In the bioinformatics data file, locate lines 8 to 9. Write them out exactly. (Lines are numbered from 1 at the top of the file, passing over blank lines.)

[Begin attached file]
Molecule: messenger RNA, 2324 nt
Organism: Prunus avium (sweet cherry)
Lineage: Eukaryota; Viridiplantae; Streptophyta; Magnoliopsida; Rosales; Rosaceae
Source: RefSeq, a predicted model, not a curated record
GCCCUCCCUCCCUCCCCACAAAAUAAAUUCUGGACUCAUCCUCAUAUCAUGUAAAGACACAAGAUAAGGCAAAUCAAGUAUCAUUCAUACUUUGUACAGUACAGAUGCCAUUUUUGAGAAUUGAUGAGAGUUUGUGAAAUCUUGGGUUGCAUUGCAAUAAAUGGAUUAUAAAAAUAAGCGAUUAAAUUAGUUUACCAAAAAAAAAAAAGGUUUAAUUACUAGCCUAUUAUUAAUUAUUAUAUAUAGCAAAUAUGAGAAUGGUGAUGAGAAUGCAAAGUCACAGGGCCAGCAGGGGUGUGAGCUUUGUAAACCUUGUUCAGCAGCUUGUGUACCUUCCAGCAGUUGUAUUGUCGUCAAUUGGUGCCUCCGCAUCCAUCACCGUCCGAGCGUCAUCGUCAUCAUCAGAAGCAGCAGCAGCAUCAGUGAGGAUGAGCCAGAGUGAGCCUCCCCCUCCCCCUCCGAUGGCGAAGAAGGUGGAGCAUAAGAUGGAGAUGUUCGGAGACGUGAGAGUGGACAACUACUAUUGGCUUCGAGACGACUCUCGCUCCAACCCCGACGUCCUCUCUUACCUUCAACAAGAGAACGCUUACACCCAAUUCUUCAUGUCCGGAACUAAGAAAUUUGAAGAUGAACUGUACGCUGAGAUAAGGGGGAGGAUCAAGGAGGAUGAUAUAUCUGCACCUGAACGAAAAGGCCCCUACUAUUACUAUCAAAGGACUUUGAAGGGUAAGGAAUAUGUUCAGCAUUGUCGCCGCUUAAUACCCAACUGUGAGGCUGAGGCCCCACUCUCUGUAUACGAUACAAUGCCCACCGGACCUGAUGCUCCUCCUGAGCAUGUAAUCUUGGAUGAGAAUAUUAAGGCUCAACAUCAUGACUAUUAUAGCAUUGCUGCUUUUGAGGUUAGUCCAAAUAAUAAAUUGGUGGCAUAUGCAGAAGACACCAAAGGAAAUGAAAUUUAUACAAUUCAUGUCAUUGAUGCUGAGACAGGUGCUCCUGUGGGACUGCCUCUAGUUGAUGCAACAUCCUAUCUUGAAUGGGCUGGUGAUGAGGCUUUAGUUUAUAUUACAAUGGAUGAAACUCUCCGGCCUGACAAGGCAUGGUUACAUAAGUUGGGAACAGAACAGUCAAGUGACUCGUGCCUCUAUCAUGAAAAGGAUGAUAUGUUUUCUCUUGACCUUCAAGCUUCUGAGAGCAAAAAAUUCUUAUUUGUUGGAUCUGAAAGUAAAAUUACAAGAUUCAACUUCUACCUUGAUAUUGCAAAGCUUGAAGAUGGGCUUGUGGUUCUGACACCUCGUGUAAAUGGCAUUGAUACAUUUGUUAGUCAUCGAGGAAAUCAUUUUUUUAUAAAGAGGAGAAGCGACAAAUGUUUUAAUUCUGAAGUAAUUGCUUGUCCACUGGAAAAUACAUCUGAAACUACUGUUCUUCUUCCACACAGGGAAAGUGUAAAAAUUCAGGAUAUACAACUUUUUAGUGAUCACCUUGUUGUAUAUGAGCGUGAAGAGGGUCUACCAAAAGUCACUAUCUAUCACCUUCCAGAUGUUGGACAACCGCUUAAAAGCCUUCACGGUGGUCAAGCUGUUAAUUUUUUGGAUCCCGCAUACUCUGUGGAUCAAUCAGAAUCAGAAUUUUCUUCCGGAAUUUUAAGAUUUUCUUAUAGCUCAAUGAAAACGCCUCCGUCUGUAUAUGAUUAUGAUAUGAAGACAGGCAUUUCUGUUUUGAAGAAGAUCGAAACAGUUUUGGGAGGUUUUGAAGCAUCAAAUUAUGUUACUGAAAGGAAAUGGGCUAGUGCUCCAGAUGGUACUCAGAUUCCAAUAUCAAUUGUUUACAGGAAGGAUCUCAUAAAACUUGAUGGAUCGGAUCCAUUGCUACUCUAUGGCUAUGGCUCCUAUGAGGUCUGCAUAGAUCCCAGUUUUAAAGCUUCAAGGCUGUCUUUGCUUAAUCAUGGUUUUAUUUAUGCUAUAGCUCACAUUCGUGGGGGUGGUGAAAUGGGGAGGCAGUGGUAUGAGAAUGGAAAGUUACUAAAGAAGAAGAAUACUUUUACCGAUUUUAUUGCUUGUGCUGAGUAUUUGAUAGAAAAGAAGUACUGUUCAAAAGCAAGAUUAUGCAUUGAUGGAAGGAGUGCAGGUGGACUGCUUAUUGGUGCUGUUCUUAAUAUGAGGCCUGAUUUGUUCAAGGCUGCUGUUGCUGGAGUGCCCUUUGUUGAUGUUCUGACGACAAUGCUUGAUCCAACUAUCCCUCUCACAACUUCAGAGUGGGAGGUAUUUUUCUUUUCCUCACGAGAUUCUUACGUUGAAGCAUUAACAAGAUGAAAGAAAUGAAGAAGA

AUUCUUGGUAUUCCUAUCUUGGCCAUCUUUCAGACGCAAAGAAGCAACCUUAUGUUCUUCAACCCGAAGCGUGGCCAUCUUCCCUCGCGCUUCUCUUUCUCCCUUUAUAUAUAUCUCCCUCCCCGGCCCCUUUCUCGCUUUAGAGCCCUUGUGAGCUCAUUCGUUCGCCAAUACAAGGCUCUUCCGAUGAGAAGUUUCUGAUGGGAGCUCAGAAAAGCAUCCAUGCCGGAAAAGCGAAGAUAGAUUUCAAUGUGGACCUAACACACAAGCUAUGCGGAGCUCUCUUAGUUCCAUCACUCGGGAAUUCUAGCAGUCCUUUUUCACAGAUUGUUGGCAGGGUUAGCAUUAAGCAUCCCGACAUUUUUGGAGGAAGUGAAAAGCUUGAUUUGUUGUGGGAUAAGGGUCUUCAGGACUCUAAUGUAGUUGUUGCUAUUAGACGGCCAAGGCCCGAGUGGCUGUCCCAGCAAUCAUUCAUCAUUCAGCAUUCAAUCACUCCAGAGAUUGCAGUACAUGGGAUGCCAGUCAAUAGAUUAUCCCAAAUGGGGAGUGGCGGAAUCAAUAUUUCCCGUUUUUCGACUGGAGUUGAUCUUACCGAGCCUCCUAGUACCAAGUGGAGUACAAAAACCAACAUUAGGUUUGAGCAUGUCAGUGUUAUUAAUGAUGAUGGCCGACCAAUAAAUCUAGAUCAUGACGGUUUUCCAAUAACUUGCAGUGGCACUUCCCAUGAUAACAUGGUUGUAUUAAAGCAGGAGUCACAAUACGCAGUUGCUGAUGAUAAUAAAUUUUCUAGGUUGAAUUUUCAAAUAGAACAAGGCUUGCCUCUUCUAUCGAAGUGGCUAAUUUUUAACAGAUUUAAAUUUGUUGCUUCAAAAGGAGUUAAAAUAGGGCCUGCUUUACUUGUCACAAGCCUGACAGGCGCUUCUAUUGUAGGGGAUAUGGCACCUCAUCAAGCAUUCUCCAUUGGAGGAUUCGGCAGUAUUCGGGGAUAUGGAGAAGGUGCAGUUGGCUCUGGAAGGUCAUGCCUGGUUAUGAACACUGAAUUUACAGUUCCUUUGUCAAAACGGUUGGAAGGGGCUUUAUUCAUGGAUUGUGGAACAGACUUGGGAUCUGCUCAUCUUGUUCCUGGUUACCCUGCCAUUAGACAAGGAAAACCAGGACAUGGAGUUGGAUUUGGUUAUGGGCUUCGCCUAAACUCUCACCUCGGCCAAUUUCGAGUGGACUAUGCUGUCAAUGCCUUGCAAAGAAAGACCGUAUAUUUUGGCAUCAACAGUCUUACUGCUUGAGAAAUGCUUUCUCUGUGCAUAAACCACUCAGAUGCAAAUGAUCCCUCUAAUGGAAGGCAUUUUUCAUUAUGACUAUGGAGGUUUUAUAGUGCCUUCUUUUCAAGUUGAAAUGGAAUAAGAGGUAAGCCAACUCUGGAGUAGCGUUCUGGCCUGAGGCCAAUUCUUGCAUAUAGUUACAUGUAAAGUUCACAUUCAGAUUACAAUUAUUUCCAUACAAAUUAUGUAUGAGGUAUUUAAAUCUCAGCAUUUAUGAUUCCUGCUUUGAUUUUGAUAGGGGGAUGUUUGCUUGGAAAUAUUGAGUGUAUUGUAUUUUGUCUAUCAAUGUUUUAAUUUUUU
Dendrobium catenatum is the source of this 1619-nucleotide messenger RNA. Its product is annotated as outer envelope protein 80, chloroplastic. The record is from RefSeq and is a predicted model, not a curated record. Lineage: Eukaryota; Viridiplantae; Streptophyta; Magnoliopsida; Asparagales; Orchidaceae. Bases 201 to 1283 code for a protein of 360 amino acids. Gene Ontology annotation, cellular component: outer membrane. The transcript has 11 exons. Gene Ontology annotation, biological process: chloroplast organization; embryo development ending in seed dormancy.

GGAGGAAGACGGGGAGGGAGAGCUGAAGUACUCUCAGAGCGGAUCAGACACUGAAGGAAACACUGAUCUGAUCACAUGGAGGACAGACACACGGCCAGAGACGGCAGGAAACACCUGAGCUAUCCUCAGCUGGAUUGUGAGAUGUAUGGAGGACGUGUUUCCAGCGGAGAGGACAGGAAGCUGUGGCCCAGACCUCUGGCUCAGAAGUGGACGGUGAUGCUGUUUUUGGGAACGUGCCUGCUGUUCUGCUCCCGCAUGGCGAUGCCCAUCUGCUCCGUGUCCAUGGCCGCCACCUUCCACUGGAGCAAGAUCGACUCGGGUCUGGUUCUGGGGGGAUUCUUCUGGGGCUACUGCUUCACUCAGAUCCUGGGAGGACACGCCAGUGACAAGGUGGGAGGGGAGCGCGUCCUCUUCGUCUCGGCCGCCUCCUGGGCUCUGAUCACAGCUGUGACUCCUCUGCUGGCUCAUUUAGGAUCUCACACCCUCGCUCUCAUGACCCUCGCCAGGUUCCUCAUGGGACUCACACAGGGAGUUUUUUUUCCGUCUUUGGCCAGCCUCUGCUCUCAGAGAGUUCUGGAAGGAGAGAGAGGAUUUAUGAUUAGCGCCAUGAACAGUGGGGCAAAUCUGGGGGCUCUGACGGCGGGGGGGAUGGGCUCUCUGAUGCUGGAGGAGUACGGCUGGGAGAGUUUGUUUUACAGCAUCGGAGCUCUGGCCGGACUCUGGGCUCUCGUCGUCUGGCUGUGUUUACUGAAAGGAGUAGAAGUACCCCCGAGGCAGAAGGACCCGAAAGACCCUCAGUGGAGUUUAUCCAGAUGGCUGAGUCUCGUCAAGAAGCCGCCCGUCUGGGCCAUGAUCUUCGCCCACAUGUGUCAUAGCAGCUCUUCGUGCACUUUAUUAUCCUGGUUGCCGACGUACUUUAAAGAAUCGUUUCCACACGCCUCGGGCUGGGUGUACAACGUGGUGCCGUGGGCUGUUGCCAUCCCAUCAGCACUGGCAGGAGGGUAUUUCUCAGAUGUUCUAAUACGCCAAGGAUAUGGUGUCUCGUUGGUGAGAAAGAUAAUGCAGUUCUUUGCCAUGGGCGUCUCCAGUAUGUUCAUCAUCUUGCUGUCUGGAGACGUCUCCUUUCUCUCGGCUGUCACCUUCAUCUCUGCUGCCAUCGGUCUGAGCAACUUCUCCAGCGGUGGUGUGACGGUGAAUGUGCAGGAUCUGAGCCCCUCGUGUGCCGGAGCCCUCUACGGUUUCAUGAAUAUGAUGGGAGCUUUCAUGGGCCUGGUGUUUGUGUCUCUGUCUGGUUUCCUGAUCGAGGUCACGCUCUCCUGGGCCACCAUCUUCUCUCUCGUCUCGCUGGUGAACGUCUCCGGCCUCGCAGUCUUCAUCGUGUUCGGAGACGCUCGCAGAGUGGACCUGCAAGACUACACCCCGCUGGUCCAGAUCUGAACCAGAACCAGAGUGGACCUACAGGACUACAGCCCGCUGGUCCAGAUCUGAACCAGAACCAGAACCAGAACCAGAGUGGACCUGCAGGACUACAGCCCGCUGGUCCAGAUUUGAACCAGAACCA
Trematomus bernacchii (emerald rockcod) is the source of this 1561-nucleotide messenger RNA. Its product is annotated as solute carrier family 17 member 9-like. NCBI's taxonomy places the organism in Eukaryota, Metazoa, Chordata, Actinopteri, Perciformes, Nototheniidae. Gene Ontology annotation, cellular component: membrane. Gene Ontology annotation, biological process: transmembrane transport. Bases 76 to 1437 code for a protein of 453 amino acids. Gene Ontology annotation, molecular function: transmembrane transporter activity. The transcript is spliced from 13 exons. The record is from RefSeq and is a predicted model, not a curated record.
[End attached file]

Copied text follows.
GGAGGAAGACGGGGAGGGAGAGCUGAAGUACUCUCAGAGCGGAUCAGACACUGAAGGAAACACUGAUCUGAUCACAUGGAGGACAGACACACGGCCAGAGACGGCAGGAAACACCUGAGCUAUCCUCAGCUGGAUUGUGAGAUGUAUGGAGGACGUGUUUCCAGCGGAGAGGACAGGAAGCUGUGGCCCAGACCUCUGGCUCAGAAGUGGACGGUGAUGCUGUUUUUGGGAACGUGCCUGCUGUUCUGCUCCCGCAUGGCGAUGCCCAUCUGCUCCGUGUCCAUGGCCGCCACCUUCCACUGGAGCAAGAUCGACUCGGGUCUGGUUCUGGGGGGAUUCUUCUGGGGCUACUGCUUCACUCAGAUCCUGGGAGGACACGCCAGUGACAAGGUGGGAGGGGAGCGCGUCCUCUUCGUCUCGGCCGCCUCCUGGGCUCUGAUCACAGCUGUGACUCCUCUGCUGGCUCAUUUAGGAUCUCACACCCUCGCUCUCAUGACCCUCGCCAGGUUCCUCAUGGGACUCACACAGGGAGUUUUUUUUCCGUCUUUGGCCAGCCUCUGCUCUCAGAGAGUUCUGGAAGGAGAGAGAGGAUUUAUGAUUAGCGCCAUGAACAGUGGGGCAAAUCUGGGGGCUCUGACGGCGGGGGGGAUGGGCUCUCUGAUGCUGGAGGAGUACGGCUGGGAGAGUUUGUUUUACAGCAUCGGAGCUCUGGCCGGACUCUGGGCUCUCGUCGUCUGGCUGUGUUUACUGAAAGGAGUAGAAGUACCCCCGAGGCAGAAGGACCCGAAAGACCCUCAGUGGAGUUUAUCCAGAUGGCUGAGUCUCGUCAAGAAGCCGCCCGUCUGGGCCAUGAUCUUCGCCCACAUGUGUCAUAGCAGCUCUUCGUGCACUUUAUUAUCCUGGUUGCCGACGUACUUUAAAGAAUCGUUUCCACACGCCUCGGGCUGGGUGUACAACGUGGUGCCGUGGGCUGUUGCCAUCCCAUCAGCACUGGCAGGAGGGUAUUUCUCAGAUGUUCUAAUACGCCAAGGAUAUGGUGUCUCGUUGGUGAGAAAGAUAAUGCAGUUCUUUGCCAUGGGCGUCUCCAGUAUGUUCAUCAUCUUGCUGUCUGGAGACGUCUCCUUUCUCUCGGCUGUCACCUUCAUCUCUGCUGCCAUCGGUCUGAGCAACUUCUCCAGCGGUGGUGUGACGGUGAAUGUGCAGGAUCUGAGCCCCUCGUGUGCCGGAGCCCUCUACGGUUUCAUGAAUAUGAUGGGAGCUUUCAUGGGCCUGGUGUUUGUGUCUCUGUCUGGUUUCCUGAUCGAGGUCACGCUCUCCUGGGCCACCAUCUUCUCUCUCGUCUCGCUGGUGAACGUCUCCGGCCUCGCAGUCUUCAUCGUGUUCGGAGACGCUCGCAGAGUGGACCUGCAAGACUACACCCCGCUGGUCCAGAUCUGAACCAGAACCAGAGUGGACCUACAGGACUACAGCCCGCUGGUCCAGAUCUGAACCAGAACCAGAACCAGAACCAGAGUGGACCUGCAGGACUACAGCCCGCUGGUCCAGAUUUGAACCAGAACCA
Trematomus bernacchii (emerald rockcod) is the source of this 1561-nucleotide messenger RNA. Its product is annotated as solute carrier family 17 member 9-like. NCBI's taxonomy places the organism in Eukaryota, Metazoa, Chordata, Actinopteri, Perciformes, Nototheniidae. Gene Ontology annotation, cellular component: membrane. Gene Ontology annotation, biological process: transmembrane transport. Bases 76 to 1437 code for a protein of 453 amino acids. Gene Ontology annotation, molecular function: transmembrane transporter activity. The transcript is spliced from 13 exons. The record is from RefSeq and is a predicted model, not a curated record.